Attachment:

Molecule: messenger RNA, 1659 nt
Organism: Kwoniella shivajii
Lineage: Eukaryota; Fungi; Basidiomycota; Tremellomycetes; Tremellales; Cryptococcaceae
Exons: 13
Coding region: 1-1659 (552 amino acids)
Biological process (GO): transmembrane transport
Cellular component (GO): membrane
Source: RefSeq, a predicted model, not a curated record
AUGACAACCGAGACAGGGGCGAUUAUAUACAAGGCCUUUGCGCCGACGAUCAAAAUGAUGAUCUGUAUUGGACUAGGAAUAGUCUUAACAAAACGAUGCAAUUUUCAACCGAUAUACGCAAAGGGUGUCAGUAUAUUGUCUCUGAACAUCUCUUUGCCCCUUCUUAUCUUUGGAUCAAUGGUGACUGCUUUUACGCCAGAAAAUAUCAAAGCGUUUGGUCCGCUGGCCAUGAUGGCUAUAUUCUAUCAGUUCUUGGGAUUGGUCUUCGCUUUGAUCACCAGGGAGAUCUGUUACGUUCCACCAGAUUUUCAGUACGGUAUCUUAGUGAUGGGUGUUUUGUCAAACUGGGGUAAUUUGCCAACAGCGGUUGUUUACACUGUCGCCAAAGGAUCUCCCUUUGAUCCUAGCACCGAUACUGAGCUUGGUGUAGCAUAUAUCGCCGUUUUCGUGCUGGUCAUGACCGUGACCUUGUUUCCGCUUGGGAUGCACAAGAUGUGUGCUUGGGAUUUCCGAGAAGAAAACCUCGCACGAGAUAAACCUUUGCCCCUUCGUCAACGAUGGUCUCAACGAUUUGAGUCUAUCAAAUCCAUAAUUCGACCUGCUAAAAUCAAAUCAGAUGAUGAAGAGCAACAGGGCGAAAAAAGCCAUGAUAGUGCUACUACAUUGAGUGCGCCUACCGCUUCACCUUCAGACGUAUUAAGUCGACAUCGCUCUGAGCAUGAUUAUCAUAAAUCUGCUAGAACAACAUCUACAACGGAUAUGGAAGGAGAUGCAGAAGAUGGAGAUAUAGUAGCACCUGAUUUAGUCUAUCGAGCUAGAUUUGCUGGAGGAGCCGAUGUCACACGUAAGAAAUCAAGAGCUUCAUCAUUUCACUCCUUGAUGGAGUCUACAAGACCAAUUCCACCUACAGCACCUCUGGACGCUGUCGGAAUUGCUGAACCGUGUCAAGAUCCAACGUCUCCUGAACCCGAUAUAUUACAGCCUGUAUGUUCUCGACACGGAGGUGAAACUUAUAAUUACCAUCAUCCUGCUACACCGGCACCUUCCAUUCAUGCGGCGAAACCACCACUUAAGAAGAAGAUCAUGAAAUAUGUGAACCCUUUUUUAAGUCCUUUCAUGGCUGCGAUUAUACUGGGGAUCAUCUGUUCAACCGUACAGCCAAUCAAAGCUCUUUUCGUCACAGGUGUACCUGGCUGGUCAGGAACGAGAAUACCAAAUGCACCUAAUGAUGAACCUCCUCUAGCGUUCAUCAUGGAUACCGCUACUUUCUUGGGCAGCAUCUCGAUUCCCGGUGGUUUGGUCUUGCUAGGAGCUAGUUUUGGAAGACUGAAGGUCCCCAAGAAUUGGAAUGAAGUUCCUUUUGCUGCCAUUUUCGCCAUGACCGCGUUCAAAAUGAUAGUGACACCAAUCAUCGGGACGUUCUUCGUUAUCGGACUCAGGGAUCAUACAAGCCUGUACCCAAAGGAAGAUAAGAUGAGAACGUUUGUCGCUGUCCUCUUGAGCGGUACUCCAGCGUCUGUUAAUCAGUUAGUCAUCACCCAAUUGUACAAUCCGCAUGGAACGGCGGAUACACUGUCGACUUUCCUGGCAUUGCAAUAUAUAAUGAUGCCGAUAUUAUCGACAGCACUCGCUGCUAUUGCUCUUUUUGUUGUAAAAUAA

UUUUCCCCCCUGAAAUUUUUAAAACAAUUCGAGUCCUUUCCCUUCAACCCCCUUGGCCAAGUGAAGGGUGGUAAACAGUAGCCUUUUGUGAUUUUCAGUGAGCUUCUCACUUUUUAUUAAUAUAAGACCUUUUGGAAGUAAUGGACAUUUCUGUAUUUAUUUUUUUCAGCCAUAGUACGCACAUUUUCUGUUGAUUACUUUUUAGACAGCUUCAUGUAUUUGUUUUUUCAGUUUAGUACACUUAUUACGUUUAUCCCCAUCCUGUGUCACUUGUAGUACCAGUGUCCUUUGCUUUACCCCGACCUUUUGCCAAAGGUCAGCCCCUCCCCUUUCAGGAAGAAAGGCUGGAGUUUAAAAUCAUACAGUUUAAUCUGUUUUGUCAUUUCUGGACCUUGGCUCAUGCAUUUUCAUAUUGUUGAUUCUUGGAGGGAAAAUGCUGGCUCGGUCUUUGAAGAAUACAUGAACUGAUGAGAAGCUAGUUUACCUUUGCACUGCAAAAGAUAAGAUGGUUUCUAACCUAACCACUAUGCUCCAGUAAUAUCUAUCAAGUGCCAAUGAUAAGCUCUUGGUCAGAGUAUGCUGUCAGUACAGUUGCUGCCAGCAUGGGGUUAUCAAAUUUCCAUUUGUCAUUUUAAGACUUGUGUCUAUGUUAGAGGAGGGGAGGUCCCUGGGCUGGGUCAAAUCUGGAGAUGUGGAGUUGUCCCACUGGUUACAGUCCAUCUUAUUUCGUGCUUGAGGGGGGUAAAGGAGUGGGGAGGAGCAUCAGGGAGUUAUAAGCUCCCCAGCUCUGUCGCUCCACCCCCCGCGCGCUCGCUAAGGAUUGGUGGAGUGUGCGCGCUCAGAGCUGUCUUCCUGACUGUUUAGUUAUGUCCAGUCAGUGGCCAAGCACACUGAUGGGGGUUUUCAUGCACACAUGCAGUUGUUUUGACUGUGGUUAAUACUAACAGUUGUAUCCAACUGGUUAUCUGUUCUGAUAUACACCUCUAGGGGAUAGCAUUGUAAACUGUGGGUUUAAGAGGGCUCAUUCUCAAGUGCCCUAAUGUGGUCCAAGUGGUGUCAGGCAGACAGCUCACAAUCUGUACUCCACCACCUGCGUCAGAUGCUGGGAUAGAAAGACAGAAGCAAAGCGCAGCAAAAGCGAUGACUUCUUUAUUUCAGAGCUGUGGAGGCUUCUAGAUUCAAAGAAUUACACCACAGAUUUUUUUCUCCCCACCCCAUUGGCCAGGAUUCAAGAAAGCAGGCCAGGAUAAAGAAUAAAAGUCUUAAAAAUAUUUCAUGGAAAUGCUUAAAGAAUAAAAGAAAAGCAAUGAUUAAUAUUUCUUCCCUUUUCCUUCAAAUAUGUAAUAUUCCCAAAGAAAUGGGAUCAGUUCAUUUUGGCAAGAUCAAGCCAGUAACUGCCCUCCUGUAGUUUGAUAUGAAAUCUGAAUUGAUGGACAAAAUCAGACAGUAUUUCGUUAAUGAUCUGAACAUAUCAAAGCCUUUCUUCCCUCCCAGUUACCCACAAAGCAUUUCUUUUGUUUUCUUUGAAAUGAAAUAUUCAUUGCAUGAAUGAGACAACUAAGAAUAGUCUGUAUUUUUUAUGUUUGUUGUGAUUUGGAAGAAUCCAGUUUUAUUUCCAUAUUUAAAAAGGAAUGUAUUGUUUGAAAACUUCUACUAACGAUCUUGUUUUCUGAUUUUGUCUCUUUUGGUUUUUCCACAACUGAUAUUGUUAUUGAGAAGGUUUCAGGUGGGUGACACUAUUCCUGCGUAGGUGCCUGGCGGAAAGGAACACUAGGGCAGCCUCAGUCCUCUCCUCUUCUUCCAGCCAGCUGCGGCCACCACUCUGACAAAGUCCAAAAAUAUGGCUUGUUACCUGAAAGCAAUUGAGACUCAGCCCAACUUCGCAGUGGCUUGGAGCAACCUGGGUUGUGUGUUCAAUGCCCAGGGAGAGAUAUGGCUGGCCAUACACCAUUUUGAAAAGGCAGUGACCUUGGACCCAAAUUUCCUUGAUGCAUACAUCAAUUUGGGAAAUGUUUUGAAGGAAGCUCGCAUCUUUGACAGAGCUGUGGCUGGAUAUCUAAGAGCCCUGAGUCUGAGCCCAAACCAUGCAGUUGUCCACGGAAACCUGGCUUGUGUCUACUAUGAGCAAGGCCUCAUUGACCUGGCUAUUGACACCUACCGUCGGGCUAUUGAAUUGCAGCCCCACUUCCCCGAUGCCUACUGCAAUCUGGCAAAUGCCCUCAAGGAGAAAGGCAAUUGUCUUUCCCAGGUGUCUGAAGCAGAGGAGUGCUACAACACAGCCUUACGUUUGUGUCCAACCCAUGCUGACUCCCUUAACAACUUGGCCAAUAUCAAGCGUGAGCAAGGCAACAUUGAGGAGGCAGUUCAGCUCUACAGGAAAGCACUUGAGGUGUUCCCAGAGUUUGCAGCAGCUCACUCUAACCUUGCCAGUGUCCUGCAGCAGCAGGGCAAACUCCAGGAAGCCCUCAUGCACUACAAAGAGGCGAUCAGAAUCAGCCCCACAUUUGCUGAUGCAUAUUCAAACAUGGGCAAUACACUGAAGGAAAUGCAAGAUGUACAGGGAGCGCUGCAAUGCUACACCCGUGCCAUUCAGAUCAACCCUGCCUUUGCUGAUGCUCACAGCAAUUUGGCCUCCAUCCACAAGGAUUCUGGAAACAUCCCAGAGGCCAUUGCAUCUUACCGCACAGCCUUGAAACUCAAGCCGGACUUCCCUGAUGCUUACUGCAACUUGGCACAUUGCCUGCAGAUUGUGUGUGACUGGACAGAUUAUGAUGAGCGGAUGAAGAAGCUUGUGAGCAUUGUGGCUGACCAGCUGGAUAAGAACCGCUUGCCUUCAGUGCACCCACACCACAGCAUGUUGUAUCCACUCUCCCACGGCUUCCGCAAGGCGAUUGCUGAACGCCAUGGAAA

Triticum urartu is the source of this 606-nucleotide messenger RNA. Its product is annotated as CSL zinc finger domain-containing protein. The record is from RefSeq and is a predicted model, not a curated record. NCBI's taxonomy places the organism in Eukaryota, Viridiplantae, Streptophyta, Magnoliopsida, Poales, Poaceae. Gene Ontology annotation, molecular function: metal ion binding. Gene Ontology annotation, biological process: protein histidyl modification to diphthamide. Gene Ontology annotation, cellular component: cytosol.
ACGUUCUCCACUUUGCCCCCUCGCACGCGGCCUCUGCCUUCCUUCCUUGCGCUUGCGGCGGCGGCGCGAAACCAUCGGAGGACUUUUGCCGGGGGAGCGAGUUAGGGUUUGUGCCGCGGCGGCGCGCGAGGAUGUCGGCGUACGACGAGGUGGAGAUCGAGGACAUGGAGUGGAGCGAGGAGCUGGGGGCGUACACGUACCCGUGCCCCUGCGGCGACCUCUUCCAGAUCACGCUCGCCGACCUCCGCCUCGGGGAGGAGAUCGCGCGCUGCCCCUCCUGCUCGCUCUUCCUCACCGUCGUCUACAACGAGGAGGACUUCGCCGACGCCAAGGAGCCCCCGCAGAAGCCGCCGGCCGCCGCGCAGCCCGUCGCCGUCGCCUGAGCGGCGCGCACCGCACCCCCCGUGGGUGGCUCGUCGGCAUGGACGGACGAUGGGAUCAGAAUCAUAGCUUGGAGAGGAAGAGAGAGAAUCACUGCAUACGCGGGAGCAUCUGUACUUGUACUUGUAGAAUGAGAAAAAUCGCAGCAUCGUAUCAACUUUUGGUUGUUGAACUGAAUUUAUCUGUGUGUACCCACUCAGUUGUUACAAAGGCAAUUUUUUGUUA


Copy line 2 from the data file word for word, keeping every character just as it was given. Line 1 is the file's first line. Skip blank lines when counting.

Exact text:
Organism: Kwoniella shivajii